val list = ArrayList<String>()
            for (document in task.result) {
                val name = document.data["name"].toString()
                list.add(name)
            }
            myCallback.onCallback(list)
        }
    }
}

See, we don't have any return type anymore. In the end just simply call readData() function in your onCreate function and pass an instance of the MyCallback interface as an argument like this:

readData(object: MyCallback {
    override fun onCallback(value: List<String>) {
        Log.d("TAG", list.size.toString())
    }
})

If you are using Kotlin, please check the other answer.

| improve this answer | |
  • 1
    Ok, keep me posted. – Alex Mamo Jul 30 '18 at 13:47
  • 2
    That's fabulous, it worked. Thanks for your great explanation!! – Jane Ashley Jul 30 '18 at 15:03
  • 1
    I have also seen the video from that post, it's almost the same in Java. – Jane Ashley Jul 30 '18 at 15:32
  • 1
    Thanks @AlexMamo for your great answers and explanations, It always helps a lot. Which one is the best way to get the result from the asynchronous APIs by using the callback or using the runBlocking thread and then returning the result using async function. – deepak kumar Oct 25 '18 at 9:33
  • @deepakkumar Using the callback. – Alex Mamo Oct 26 '18 at 3:46
3
0

The reason for having a empty list got perfectly answered by Alex Mamo above.

I just like to present the same thing without needing to add an extra interface.

In Kotlin you could just implement it like so:

fun readData(myCallback: (List<String>) -> Unit) {
    placesRef.get().addOnCompleteListener { task ->
        if (task.isSuccessful) {
            val list = ArrayList<String>()
            for (document in task.result) {
                val name = document.data["name"].toString()
                list.add(name)
            }
            myCallback(list)
        }
    }
}

and then use it like so:

readData() {
   Log.d("TAG", it.size.toString())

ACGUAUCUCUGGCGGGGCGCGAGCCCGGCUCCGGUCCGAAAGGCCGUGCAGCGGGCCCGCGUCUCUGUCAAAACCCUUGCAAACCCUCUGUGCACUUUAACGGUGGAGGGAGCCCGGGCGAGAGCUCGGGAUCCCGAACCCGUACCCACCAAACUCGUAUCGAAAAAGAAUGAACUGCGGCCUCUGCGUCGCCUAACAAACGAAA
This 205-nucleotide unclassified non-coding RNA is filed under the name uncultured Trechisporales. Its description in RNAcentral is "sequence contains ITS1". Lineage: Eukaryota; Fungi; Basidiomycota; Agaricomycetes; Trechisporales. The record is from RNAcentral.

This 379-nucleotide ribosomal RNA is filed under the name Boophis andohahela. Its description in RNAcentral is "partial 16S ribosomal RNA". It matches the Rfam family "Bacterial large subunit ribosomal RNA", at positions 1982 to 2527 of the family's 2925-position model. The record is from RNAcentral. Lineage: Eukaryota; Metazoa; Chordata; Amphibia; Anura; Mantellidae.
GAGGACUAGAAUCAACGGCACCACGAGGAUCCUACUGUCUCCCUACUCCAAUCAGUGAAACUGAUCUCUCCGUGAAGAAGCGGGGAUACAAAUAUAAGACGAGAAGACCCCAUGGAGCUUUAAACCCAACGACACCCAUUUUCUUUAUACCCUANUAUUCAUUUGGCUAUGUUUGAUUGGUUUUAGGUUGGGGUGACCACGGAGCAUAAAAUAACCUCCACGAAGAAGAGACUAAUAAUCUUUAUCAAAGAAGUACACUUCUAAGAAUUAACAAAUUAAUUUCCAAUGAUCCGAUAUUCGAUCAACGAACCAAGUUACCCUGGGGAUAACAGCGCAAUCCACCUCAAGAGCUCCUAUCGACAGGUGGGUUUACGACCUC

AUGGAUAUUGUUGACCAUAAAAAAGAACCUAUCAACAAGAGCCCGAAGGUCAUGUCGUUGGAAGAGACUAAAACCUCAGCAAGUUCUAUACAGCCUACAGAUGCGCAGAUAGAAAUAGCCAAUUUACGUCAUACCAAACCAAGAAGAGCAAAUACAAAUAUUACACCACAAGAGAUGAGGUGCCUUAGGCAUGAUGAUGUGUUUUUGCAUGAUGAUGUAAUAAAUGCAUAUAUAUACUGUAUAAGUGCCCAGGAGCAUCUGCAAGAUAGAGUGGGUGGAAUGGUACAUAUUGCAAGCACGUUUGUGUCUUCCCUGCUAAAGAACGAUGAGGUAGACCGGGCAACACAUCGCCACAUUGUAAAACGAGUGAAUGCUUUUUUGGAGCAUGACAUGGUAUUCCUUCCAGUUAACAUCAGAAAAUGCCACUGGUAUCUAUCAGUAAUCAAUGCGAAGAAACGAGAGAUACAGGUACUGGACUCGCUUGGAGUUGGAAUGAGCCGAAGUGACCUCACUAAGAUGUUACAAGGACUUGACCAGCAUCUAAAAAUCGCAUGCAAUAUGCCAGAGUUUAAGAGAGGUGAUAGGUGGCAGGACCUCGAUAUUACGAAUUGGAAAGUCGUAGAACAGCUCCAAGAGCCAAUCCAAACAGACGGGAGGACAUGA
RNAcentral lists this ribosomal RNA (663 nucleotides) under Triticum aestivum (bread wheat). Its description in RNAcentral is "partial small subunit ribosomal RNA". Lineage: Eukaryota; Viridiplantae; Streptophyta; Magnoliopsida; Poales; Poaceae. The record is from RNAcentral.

})
| improve this answer | |
  • Very lean and clean solution. Works like a charm. – CEO tech4lifeapps Sep 6 '19 at 15:32
2
0

Nowadays, Kotlin provides a simpler way to achieve the same result as in the case of using a callback. This answer is going to explain how to use Kotlin's coroutines. In order to make it work, we need to add the following dependency in our build.gradle file:

implementation "org.jetbrains.kotlinx:kotlinx-coroutines-play-services:1.2.1"

This library that we use is called Module kotlinx-coroutines-play-services and is used for the exact same purpose. As we already know, there is no way we can return a list of objects as a result of a method because get() returns immediately but the callback from the Task it returns will be called sometime later. That's the reason we should wait until the data is available.

On the Task object that is returned when calling get(), we can attach a listener so we can get the result of our query. What we need to do now is to convert this into something that is working with Kotlin's coroutines. For that, we need to create a suspend function that looks like this:

private suspend fun getListOfPlaces(): List<DocumentSnapshot> {
    val snapshot = placesRef.get().await()
    return snapshot.documents
}

As you can see, we have now an extension function called await() that will interrupt the coroutine until the data from the database is available and then return it. Now we can simply call it from another suspend method like in the following lines of code:

private suspend fun getDataFromFirestore() {
    try {
        val listOfPlaces = getListOfPlaces()
    }
    catch (e: Exception) {
        Log.d(TAG, e.getMessage()) //Don't ignore errors!
    }
}
| improve this answer | |